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PBT NBA Finals preview: Miami Heat vs. San Antonio Spurs (part deux)

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SEASON RECORDS

San Antonio Spurs 62-20 (No. 1 seed in West)

Miami Heat 54-28 (No. 2 seed in East)

KEY INJURIES

San Antonio Spurs: Tony Parker sprained his ankle in Game 4 against the Thunder and aggravated it in Game 5, by the second half of Game 6 Gregg Popovich shut him down. He says he wants and plans to play in Game 1 of the Finals, but how explosive he is, the Spurs need the Full Parker in this series.

Miami Heat: Nothing of note (Chris Andersen returned from his injury and with five days off should be good to go in Game 1).

OFFENSE/DEFENSE RANKINGS IN PLAYOFFS (points per 100 possession)

San Antonio Spurs: Offense 111.2 (second in playoffs); Defense 101 (second we in playoffs)

Miami Heat: Offense 113.7 (first in playoffs); Defense 102.8 (fifth in playoffs)

THREE KEYS TO THE SERIES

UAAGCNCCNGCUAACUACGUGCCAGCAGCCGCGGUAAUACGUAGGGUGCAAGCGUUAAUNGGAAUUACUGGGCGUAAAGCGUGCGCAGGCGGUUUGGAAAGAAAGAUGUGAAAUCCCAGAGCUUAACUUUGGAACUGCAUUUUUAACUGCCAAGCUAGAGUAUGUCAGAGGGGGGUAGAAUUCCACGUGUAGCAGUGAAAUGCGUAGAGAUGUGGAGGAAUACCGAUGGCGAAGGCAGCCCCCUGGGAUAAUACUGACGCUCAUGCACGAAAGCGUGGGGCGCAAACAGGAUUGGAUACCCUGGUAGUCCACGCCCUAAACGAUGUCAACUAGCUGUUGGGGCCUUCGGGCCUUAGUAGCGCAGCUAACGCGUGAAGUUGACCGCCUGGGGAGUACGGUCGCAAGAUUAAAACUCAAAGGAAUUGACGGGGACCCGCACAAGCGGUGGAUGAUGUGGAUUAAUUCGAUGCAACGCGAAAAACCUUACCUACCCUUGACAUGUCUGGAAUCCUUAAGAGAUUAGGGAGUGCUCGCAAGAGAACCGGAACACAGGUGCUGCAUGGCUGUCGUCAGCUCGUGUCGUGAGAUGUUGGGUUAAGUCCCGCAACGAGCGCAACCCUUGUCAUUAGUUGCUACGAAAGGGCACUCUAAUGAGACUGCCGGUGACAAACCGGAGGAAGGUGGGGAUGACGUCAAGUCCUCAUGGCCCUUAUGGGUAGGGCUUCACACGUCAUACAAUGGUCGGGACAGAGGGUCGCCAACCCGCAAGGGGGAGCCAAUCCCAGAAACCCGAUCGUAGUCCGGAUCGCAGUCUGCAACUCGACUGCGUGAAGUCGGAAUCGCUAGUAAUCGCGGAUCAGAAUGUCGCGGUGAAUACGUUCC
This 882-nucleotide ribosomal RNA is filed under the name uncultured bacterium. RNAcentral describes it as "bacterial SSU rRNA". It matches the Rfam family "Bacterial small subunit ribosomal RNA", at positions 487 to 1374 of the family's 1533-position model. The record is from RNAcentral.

1. Miami will go small, can the Spurs adjust? Last year in the Finals Miami had much more success with it’s small lineups, putting in three point shooters in to get enough floor spacing (remember they started Mike Miller). As we saw against the Thunder, it is likely Gregg Popovich has to match that by not playing Tiago Splitter and Tim Duncan together (even though the Spurs defense is much better when they are paired), and we can expect to see a heavy dose of Boris Diaw (which allows the Spurs to “go small” without really going all that small). Miami’s real weapon here is Dwyane Wade — his knees did not let him perform up to a high level last Finals, this season Eric Spoelstra had him on a knee maintenance program of rest all season long and it has paid off. Vintage Wade, even in just four or five games, would be a big boost for Miami.